The Therapeutic Goods Administration (TGA), which is the regulatory body for therapeutic products in Australia, has tested a product called Grain German Shepherd tablets and found that they contain an undeclared amount of sildenafil citrate (Viagra) and paracetamol (Tylenol).

Sildenafil is a prescription-only drug used for the treatment of erectile dysfunction (ED) in men.

Sold under the brand name Viagra, sildenafil should be used under the supervision of a doctor because it may interact adversely with certain drugs and it is not advised in some men with certain medical conditions. For instance, people taking nitrates or those with serious heart disease are not recommended to use Viagra.

Paracetamol, aka acetaminophen, is a widely used over-the-counter (OTC) medication prescribed to relieve pain and subside fever.

In Australia, sildenafil belongs to Schedule 4 (S4), prescription-only drug, while paracetamol is a Schedule 2 (S2) drug.

The TGA found that the sale of Grain German Shepherd tablets containing unapproved and undisclosed sildenafil and paracetamol in Australia is illegal.

The Australian drug regulatory body did not assess Grain German Shepherd pills quality standards, safety, or efficacy as required under the nation’s legislation. Also, the place of manufacture has not been approved by the TGA.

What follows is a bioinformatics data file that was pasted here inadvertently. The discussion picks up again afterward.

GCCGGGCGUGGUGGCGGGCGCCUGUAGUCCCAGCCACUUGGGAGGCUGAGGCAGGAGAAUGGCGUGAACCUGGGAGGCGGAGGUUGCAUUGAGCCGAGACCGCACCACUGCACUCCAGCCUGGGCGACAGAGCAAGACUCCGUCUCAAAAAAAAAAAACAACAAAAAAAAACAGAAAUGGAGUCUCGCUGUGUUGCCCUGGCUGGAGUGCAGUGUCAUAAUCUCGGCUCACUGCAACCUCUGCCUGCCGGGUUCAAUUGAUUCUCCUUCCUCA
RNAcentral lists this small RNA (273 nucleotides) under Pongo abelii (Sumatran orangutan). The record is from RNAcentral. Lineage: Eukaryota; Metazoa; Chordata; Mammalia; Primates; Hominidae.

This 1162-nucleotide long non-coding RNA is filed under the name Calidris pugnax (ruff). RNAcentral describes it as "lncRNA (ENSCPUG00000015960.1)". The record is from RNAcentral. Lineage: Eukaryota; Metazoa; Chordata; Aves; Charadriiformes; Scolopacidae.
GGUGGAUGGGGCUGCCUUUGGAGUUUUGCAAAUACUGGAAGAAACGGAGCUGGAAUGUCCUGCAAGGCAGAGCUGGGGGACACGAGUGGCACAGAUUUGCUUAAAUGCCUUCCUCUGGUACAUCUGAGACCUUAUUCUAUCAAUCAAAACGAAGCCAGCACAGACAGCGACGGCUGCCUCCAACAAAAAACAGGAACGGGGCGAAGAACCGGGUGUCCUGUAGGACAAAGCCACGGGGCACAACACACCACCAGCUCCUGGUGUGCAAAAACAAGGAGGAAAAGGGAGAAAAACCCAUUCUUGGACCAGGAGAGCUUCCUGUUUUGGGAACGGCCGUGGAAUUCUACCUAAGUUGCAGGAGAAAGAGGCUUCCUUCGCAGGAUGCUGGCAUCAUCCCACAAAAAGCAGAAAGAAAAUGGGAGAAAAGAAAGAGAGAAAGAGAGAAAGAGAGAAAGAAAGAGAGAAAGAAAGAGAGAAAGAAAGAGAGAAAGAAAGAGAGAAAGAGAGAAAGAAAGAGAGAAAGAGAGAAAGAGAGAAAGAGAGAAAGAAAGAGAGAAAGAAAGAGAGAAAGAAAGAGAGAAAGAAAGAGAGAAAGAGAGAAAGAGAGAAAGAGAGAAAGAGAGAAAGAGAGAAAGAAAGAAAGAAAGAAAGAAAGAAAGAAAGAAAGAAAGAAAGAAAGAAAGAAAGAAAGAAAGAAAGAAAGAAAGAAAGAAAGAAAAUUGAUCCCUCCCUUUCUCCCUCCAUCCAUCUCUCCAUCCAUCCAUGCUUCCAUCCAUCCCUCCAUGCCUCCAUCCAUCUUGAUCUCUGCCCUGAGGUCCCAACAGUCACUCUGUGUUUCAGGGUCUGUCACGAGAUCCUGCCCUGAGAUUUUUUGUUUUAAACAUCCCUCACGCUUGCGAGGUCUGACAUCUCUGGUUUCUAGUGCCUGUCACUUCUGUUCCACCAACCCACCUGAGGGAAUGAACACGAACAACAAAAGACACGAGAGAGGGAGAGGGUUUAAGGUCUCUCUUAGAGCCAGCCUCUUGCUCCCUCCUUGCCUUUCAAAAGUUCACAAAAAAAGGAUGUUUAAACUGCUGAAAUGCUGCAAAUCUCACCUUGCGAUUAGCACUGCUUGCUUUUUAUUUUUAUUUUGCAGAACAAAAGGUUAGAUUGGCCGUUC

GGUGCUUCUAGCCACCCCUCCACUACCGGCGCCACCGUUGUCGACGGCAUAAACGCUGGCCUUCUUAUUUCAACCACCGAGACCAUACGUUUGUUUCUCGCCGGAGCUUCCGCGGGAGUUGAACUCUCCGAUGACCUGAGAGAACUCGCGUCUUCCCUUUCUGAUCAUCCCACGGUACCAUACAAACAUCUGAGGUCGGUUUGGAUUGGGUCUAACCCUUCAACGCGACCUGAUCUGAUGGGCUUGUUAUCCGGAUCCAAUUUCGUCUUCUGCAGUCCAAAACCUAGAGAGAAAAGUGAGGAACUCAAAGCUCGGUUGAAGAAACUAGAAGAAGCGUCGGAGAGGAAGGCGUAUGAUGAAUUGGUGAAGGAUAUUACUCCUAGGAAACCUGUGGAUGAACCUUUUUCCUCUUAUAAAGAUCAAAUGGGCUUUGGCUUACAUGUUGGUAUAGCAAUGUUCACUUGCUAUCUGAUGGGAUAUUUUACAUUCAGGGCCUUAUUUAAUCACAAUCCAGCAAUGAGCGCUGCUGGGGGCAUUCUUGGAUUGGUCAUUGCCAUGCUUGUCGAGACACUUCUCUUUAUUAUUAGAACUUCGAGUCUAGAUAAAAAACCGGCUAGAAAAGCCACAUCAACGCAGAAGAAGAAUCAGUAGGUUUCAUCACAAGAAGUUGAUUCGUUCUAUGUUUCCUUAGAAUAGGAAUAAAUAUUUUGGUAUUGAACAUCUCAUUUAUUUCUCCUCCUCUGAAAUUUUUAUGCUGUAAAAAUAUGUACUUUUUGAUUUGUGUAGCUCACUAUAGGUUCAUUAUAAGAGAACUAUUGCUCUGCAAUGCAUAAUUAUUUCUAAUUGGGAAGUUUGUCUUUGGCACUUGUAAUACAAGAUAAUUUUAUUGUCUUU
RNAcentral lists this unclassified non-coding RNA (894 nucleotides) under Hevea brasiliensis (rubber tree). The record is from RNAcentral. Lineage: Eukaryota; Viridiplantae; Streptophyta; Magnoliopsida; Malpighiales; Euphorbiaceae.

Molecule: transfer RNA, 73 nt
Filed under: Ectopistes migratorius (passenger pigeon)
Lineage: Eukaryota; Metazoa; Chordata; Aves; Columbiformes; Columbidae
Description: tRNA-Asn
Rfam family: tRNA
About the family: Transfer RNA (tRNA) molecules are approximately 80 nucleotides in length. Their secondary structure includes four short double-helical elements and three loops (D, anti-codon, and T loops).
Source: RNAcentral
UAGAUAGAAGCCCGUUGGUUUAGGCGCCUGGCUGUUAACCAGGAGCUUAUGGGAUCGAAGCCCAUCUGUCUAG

The agency warned people against using Grain German Shepherd tablets. If consumers have bought the pills, they should take them to their local pharmacies for safe disposal.

The TGA has recommended people to consult their medical providers if they have any concerns arising from the use of this so-called male enhancement product.

Meanwhile, the agency is working with the Australian Border Force (ABF) and customs to stop any future shipments of Grain German Shepherd pills from entering Australia.

The tablets will be seized and destroyed if the ABF officials find them at the border.

The agency has advised consumers to take extra caution when purchasing medicines or supplements from any unknown overseas internet sites.

The TGA has even launched a short video on the risks associated with buying medicines online.

Unapproved products bought online may contain undeclared and potentially harmful active or inactive ingredients. They may also not meet the quality standards, safety, and efficacy as approved by the TGA. People can even report counterfeit medications sod online to the TGA on its official website.